When we stop electing politicians who have simple ineffective solutions, for complex issues, perhaps we can then put things in perspective and come up with better non-criminal solutions. The most ironic thing about the WOD is that its’ greatest supporters are probably the drug cartels themselves. Harsher regulation = higher prices = higher profits.

  10. You know Martin, this is an area of privacy that concerns me greatly. I was with a person that bought some OTC meds at Walmart and the information they got was taken off of the state DL. I asked what if someone did not have the DL I was told that they could not purchase. Ok. Try this same ID with purchasing liquor. See how far that gets.

    What was interesting is they asked this person, did you used to live in such and such a state. I was like what? This information is not public but it is put into a government database and then it is discoverable under FOIA. Because it is a record kept in the ordinary course of business and it is not exempt because of a medical determination, ie Dr/patient privilege.

    I was amazed that a store can gather that type of info, just for the government. Sig Heil, sig Heil. What exactly has changed?

  11. if anyone has any helpful info that would be great I’m hoping the outcome isnt the same as this poor woman

  12. This just happen to my father 8 months ago he bought 2 boxes of sudafed cause both of us had a cold. After 8 months they come knocking at our door and say he has a warrant for his arrest and hauled him off to jail he is bailed out but now waiting for a court date and I’m trying to figure out exactly what could happen to him he’s 63 years old and on disablility and a veteran and hoping this doesnt mess with any of his social security or anything

  13. .6 grams over the limit. how many times did they have to taze her before she went along quietly?

  14. sorry. I have a lot to say about this, but I’m following FFLeo’s advice, and writing/editing elsewhere. I’m using Mozilla, and it’s not my usual browser, so sorry about the cutoff. Will be back with a better quality post….See you in a couple of days.

  15. I have asthma, along with a disturbing list of other conditions. Since I’m told to avoid walking, I now order my prescriptions and OTC’s. Frequently, I get Psuedafed and Mucinex at the same time.
    Like I don’t have enough problems. I’m on such a low dose of pain killers; my primary care doesn’t want me checking out. The War on Drugs became the War on Pain Specialists and their patients. I went through 6 years with a pain specialist that was targeted by the FBI WITHOUT

  16. Article I, Section 19 of the Indiana Constitution says “In all criminal cases whatever, the jury shall have the right to determine the law and the facts.”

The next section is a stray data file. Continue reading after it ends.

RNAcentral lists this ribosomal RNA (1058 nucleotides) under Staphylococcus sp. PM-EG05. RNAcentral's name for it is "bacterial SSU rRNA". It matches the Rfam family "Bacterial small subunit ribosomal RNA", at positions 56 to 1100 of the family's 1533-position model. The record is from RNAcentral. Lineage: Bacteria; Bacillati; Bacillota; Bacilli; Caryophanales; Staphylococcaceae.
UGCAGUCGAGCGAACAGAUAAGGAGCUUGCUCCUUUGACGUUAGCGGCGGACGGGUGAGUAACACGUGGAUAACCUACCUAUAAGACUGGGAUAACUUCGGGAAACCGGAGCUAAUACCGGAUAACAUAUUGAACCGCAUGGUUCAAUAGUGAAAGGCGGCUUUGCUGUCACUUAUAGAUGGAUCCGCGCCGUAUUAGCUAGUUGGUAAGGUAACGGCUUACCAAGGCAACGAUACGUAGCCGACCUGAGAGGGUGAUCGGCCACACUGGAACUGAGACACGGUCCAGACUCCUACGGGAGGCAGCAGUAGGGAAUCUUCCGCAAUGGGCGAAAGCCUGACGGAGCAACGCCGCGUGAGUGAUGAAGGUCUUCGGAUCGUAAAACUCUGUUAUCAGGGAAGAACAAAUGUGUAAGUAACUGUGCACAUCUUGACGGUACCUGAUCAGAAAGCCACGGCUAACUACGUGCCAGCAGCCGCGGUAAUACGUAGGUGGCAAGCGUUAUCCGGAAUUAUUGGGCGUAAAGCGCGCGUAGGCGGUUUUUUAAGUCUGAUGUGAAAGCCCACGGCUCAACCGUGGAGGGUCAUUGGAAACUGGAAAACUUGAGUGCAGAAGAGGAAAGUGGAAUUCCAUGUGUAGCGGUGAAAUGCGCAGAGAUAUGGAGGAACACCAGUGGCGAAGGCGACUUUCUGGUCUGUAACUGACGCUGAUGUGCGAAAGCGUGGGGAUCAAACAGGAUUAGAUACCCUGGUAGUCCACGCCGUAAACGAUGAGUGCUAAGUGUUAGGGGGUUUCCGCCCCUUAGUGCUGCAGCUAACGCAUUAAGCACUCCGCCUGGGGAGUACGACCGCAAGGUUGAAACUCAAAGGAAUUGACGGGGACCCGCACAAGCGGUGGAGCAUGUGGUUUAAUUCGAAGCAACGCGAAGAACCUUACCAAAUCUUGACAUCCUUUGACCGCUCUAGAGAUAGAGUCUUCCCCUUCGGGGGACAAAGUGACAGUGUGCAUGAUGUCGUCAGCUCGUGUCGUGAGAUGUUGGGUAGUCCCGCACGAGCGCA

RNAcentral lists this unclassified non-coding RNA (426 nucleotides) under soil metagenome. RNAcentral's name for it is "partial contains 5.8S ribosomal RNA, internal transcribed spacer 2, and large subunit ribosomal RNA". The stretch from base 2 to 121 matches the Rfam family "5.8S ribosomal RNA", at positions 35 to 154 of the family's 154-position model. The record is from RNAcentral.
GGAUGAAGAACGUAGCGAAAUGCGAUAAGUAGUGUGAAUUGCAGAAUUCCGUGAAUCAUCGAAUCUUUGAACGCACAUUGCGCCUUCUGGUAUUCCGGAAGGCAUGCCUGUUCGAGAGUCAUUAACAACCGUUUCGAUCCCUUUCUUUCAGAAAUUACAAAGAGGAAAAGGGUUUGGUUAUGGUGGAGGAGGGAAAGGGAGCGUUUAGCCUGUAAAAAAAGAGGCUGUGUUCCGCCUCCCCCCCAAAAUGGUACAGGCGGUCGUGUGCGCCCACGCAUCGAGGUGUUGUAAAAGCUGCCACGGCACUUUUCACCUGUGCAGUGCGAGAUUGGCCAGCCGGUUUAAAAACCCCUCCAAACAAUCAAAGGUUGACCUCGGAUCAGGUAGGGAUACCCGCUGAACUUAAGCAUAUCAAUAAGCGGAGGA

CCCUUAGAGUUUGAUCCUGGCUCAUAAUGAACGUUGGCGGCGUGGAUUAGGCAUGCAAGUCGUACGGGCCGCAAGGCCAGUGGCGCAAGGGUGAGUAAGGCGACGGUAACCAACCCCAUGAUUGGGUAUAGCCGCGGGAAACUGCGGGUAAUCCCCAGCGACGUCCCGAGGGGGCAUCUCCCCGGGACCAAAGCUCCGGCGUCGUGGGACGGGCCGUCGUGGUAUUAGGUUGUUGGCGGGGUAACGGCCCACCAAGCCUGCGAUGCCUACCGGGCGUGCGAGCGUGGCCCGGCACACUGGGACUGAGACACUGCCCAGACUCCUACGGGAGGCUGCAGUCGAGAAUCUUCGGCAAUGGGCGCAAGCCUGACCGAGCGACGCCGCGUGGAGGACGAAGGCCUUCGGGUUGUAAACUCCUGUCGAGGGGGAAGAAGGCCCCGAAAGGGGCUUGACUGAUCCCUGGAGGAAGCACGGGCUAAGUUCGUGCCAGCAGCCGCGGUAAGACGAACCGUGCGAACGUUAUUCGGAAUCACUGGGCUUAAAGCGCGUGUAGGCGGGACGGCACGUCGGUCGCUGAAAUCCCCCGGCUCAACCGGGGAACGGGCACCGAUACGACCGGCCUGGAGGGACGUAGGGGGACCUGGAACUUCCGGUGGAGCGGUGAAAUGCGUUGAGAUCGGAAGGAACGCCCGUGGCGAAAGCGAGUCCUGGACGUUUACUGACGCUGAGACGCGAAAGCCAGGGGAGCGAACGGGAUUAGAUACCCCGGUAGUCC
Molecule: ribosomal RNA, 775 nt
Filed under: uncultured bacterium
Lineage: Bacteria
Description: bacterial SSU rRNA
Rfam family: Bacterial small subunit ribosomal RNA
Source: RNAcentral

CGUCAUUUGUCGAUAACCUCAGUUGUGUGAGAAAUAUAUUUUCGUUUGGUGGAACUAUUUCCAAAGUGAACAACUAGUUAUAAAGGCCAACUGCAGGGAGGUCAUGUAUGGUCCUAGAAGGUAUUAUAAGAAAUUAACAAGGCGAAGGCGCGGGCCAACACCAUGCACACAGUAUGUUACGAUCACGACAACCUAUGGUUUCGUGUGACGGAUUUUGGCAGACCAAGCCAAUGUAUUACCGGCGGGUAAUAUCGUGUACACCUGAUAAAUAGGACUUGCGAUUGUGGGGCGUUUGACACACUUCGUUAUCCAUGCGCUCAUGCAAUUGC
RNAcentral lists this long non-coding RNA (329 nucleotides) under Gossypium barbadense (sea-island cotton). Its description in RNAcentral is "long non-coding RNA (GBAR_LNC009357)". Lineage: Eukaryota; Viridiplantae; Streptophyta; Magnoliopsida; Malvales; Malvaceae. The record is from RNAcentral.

That’s right, jury nullification is a CONSTITUTIONALLY PROTECTED RIGHT in Indiana. This poor woman should exercise her right for a jury trial. I doubt a jury of her peers will convict her.

  17. They have a very similar law in Illinois and it is a pain in the backside. The restrictions on getting over the counter Claritin-D were so bad that my allergist prescribed Clarinex D because it was easier to get the prescription than the so-called over the counter drug.

  18. Laws restricting the sale of pseudophedrine are not there to stop people from abusing pseudophedrine – only an idiot would try that because it doesn’t get you high. They are there to prevent people from buying large amounts in order to manufacture methamphetamine and they actually have been quite effective in that sense. However Turley is right in that this lady was obviously not cooking meth, didn’t need to be prosecuted, and the law should be changed so people with legitimate needs don’t have to worry about getting in trouble.

  19. Call me a cockeyed optimist, but maybe it is a good thing (for the public, not Sally) that there wasn’t any prosecutor discretion here. Without this apparently crazy result, the flaws in the underlying law would not have been exposed to the public. The more outrageous the arrests and charges, the more likely the law will be repealed or replaced. Call it the case for enforcing stupid laws stupidly to illustrate their stupidity. A little like working to contract in a labor dispute.

    Of course I may be wrong, and the public will just become inured to stupid laws and expect to have any random act criminalized. Voters rarely demonstrate the ability to vote out the legislators that make life difficult. But surely there is some result crazy enough to get them to act, or the legislators to fear for reelection, isn’t there?